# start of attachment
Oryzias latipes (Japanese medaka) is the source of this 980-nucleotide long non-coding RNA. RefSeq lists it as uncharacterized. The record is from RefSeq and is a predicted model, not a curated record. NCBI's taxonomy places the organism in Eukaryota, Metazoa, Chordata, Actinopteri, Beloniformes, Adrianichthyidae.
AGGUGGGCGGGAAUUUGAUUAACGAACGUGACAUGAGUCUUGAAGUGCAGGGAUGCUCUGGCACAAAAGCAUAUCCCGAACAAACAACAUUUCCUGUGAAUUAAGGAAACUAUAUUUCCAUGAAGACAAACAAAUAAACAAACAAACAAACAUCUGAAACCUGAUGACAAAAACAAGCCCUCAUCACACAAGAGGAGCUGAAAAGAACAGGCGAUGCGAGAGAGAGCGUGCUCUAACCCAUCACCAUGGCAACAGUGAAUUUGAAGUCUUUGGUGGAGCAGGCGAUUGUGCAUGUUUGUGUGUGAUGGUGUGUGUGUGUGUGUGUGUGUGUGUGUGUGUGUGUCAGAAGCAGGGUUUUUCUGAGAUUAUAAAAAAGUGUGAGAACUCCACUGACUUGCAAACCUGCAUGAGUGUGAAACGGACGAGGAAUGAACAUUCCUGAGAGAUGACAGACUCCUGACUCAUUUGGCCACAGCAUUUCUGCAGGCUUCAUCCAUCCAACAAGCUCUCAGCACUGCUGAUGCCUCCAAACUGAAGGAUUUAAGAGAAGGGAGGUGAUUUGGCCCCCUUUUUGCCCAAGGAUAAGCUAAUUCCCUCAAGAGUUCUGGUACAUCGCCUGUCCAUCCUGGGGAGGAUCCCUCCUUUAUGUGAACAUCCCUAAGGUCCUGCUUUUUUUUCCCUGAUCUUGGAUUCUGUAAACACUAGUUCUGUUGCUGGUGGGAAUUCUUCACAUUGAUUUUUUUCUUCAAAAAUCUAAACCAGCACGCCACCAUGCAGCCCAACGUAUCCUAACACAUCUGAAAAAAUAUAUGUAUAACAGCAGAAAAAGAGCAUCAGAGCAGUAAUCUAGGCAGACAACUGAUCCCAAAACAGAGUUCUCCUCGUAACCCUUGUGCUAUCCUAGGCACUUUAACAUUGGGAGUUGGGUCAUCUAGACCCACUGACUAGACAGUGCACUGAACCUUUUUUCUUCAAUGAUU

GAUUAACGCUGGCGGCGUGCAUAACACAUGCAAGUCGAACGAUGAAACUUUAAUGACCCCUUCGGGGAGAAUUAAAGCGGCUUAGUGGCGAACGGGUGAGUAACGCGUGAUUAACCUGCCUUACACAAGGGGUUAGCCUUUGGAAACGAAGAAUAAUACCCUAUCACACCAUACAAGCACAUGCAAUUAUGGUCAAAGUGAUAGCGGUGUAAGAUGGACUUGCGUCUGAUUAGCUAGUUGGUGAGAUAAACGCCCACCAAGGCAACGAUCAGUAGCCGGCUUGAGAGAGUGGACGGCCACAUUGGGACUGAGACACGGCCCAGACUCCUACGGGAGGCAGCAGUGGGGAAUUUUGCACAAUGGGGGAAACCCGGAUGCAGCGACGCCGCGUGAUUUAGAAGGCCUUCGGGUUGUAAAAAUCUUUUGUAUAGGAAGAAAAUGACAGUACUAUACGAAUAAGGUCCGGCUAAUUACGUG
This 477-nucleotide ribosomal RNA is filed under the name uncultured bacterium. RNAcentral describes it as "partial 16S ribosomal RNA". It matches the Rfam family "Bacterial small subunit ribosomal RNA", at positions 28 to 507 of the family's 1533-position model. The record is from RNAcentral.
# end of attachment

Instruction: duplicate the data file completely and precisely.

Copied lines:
Oryzias latipes (Japanese medaka) is the source of this 980-nucleotide long non-coding RNA. RefSeq lists it as uncharacterized. The record is from RefSeq and is a predicted model, not a curated record. NCBI's taxonomy places the organism in Eukaryota, Metazoa, Chordata, Actinopteri, Beloniformes, Adrianichthyidae.
AGGUGGGCGGGAAUUUGAUUAACGAACGUGACAUGAGUCUUGAAGUGCAGGGAUGCUCUGGCACAAAAGCAUAUCCCGAACAAACAACAUUUCCUGUGAAUUAAGGAAACUAUAUUUCCAUGAAGACAAACAAAUAAACAAACAAACAAACAUCUGAAACCUGAUGACAAAAACAAGCCCUCAUCACACAAGAGGAGCUGAAAAGAACAGGCGAUGCGAGAGAGAGCGUGCUCUAACCCAUCACCAUGGCAACAGUGAAUUUGAAGUCUUUGGUGGAGCAGGCGAUUGUGCAUGUUUGUGUGUGAUGGUGUGUGUGUGUGUGUGUGUGUGUGUGUGUGUGUGUCAGAAGCAGGGUUUUUCUGAGAUUAUAAAAAAGUGUGAGAACUCCACUGACUUGCAAACCUGCAUGAGUGUGAAACGGACGAGGAAUGAACAUUCCUGAGAGAUGACAGACUCCUGACUCAUUUGGCCACAGCAUUUCUGCAGGCUUCAUCCAUCCAACAAGCUCUCAGCACUGCUGAUGCCUCCAAACUGAAGGAUUUAAGAGAAGGGAGGUGAUUUGGCCCCCUUUUUGCCCAAGGAUAAGCUAAUUCCCUCAAGAGUUCUGGUACAUCGCCUGUCCAUCCUGGGGAGGAUCCCUCCUUUAUGUGAACAUCCCUAAGGUCCUGCUUUUUUUUCCCUGAUCUUGGAUUCUGUAAACACUAGUUCUGUUGCUGGUGGGAAUUCUUCACAUUGAUUUUUUUCUUCAAAAAUCUAAACCAGCACGCCACCAUGCAGCCCAACGUAUCCUAACACAUCUGAAAAAAUAUAUGUAUAACAGCAGAAAAAGAGCAUCAGAGCAGUAAUCUAGGCAGACAACUGAUCCCAAAACAGAGUUCUCCUCGUAACCCUUGUGCUAUCCUAGGCACUUUAACAUUGGGAGUUGGGUCAUCUAGACCCACUGACUAGACAGUGCACUGAACCUUUUUUCUUCAAUGAUU

GAUUAACGCUGGCGGCGUGCAUAACACAUGCAAGUCGAACGAUGAAACUUUAAUGACCCCUUCGGGGAGAAUUAAAGCGGCUUAGUGGCGAACGGGUGAGUAACGCGUGAUUAACCUGCCUUACACAAGGGGUUAGCCUUUGGAAACGAAGAAUAAUACCCUAUCACACCAUACAAGCACAUGCAAUUAUGGUCAAAGUGAUAGCGGUGUAAGAUGGACUUGCGUCUGAUUAGCUAGUUGGUGAGAUAAACGCCCACCAAGGCAACGAUCAGUAGCCGGCUUGAGAGAGUGGACGGCCACAUUGGGACUGAGACACGGCCCAGACUCCUACGGGAGGCAGCAGUGGGGAAUUUUGCACAAUGGGGGAAACCCGGAUGCAGCGACGCCGCGUGAUUUAGAAGGCCUUCGGGUUGUAAAAAUCUUUUGUAUAGGAAGAAAAUGACAGUACUAUACGAAUAAGGUCCGGCUAAUUACGUG
This 477-nucleotide ribosomal RNA is filed under the name uncultured bacterium. RNAcentral describes it as "partial 16S ribosomal RNA". It matches the Rfam family "Bacterial small subunit ribosomal RNA", at positions 28 to 507 of the family's 1533-position model. The record is from RNAcentral.